Oscar watches her carefully and, as she walks by, lets out a gentle
hiss, a rattlesnake-like warning that says “leave me alone.” She
passes him without a glance and continues down the hallway. Oscar is
relieved. It is not yet Mrs. P.’s time, and he wants nothing to do
with her.

Oscar jumps down off the desk, relieved to be once more alone and in
control of his domain. He takes a few moments to drink from his water
bowl and grab a quick bite. Satisfied, he enjoys another stretch and
sets out on his rounds. Oscar decides to head down the west wing
first, along the way sidestepping Mr. S., who is slumped over on a
couch in the hallway. With lips slightly pursed, he snores peacefully
– perhaps blissfully unaware of where he is now living. Oscar
continues down the hallway until he reaches its end and Room 310. The
door is closed, so Oscar sits and waits. He has important business
here.

Twenty-five minutes later, the door finally opens, and out walks a
nurse’s aide carrying dirty linens. “Hello, Oscar,” she says. “Are you
going inside?” Oscar lets her pass, then makes his way into the room,
where there are two people. Lying in a corner bed and facing the wall,
Mrs. T. is asleep in a fetal position. Her body is thin and wasted
from the breast cancer that has been eating away at her organs. She is
mildly jaundiced and has not spoken in several days. Sitting next to
her is her daughter, who glances up from her novel to warmly greet the
visitor. “Hello, Oscar. How are you today?”

Oscar takes no notice of the woman and leaps up onto the bed. He
surveys Mrs. T. She is clearly in the terminal phase of illness, and
her breathing is labored. Oscar’s examination is interrupted by a
nurse, who walks in to ask the daughter whether Mrs. T. is
uncomfortable and needs more morphine. The daughter shakes her head,
and the nurse retreats. Oscar returns to his work. He sniffs the air,
gives Mrs. T. one final look, then jumps off the bed and quickly
leaves the room. Not today.

Making his way back up the hallway, Oscar arrives at Room 313. The
door is open, and he proceeds inside. Mrs. K. is resting peacefully in
her bed, her breathing steady but shallow. She is surrounded by
photographs of her grandchildren and one from her wedding day. Despite
these keepsakes, she is alone. Oscar jumps onto her bed and again
sniffs the air. He pauses to consider the situation, and then turns
around twice before curling up beside Mrs. K.

One hour passes. Oscar waits. A nurse walks into the room to check on
her patient. She pauses to note Oscar’s presence. Concerned, she
hurriedly leaves the room and returns to her desk. She grabs Mrs. K.’s
chart off the medical-records rack and begins to make phone calls.

Within a half hour the family starts to arrive. Chairs are brought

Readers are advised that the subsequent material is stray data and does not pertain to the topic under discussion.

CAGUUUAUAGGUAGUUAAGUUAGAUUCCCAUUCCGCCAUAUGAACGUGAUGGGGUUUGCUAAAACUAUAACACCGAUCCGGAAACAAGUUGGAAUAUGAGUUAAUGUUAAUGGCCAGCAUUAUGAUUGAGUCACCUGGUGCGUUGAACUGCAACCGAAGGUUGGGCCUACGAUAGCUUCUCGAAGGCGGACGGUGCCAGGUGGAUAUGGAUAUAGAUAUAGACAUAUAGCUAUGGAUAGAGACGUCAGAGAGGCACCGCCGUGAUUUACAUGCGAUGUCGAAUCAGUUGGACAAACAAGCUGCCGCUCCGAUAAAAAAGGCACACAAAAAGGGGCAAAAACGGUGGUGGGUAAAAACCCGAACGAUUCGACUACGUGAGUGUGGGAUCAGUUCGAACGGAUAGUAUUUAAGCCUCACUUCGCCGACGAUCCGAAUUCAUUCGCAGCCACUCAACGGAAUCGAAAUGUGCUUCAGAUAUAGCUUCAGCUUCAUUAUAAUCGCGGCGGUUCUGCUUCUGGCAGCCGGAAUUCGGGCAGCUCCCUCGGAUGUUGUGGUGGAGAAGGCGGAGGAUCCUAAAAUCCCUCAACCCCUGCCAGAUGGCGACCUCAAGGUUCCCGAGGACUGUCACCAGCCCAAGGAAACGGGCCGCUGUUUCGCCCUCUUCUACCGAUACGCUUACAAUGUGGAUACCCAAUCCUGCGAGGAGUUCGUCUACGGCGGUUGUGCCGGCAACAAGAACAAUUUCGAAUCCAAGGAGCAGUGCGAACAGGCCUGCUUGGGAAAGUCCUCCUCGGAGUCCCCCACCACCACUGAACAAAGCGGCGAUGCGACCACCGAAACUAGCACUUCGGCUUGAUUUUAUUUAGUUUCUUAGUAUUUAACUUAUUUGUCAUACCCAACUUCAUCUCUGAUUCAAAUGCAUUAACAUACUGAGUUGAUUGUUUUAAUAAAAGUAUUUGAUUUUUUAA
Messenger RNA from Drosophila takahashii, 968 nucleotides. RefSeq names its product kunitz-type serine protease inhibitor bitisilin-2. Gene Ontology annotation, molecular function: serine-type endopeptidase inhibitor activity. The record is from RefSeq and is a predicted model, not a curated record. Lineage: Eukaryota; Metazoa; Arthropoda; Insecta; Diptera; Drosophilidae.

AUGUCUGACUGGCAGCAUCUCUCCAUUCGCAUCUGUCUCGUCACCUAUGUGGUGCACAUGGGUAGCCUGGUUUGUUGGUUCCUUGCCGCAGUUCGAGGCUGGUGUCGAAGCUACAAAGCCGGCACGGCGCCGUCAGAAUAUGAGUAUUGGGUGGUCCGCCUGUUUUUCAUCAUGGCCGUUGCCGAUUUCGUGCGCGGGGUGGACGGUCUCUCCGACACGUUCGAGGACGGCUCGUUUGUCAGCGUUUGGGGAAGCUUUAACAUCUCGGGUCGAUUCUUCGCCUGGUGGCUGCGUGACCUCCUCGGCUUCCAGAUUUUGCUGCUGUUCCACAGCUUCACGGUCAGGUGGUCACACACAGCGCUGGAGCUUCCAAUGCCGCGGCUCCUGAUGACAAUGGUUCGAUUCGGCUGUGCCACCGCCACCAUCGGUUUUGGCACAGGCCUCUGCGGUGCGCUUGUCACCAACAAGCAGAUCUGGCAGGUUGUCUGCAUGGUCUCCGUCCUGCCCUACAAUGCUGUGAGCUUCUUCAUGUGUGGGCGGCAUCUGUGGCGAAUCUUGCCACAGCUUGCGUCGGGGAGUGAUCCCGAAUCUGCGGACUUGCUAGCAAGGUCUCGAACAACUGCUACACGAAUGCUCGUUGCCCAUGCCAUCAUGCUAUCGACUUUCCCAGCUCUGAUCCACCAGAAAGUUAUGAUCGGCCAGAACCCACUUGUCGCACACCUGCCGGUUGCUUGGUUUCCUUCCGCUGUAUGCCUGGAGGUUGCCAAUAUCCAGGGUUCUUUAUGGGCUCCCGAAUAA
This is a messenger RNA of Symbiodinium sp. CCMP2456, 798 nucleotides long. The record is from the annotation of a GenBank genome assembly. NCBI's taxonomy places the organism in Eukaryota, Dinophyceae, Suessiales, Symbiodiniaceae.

into the room, where the relatives begin their vigil. The priest is
called to deliver last rites. And still, Oscar has not budged, instead
purring and gently nuzzling Mrs. K. A young grandson asks his mother,
“What is the cat doing here?” The mother, fighting back tears, tells
him, “He is here to help Grandma get to heaven.” Thirty minutes later,
Mrs. K. takes her last earthly breath. With this, Oscar sits up, looks
around, then departs the room so quietly that the grieving family
barely notices.

On his way back to the charting area, Oscar passes a plaque mounted on
the wall. On it is engraved a commendation from a local hospice
agency: “For his compassionate hospice care, this plaque is awarded to
Oscar the Cat.” Oscar takes a quick drink of water and returns to his
desk to curl up for a long rest. His day’s work is done. There will be
no more deaths today, not in Room 310 or in any other room for that
matter. After all, no one dies on the third floor unless Oscar pays a
visit and stays awhile.

Note: Since he was adopted by staff members as a kitten, Oscar the Cat
has had an uncanny ability to predict when residents are about to die.
Thus far, he has presided over the deaths of more than 25 residents on
the third floor of Steere House Nursing and Rehabilitation Center in
Providence, Rhode Island. His mere presence at the bedside is viewed
by physicians and nursing home staff as an almost absolute indicator
of impending death, allowing staff members to adequately notify
families. Oscar has also provided companionship to those who would
otherwise have died alone. For his work, he is highly regarded by the
physicians and staff at Steere House and by the families of the
residents whom he serves.

{Source Information : Dr. Dosa is a geriatrician at Rhode Island Hospital and an assistant
professor of medicine at the Warren Alpert Medical School of Brown
University – both in Providence.}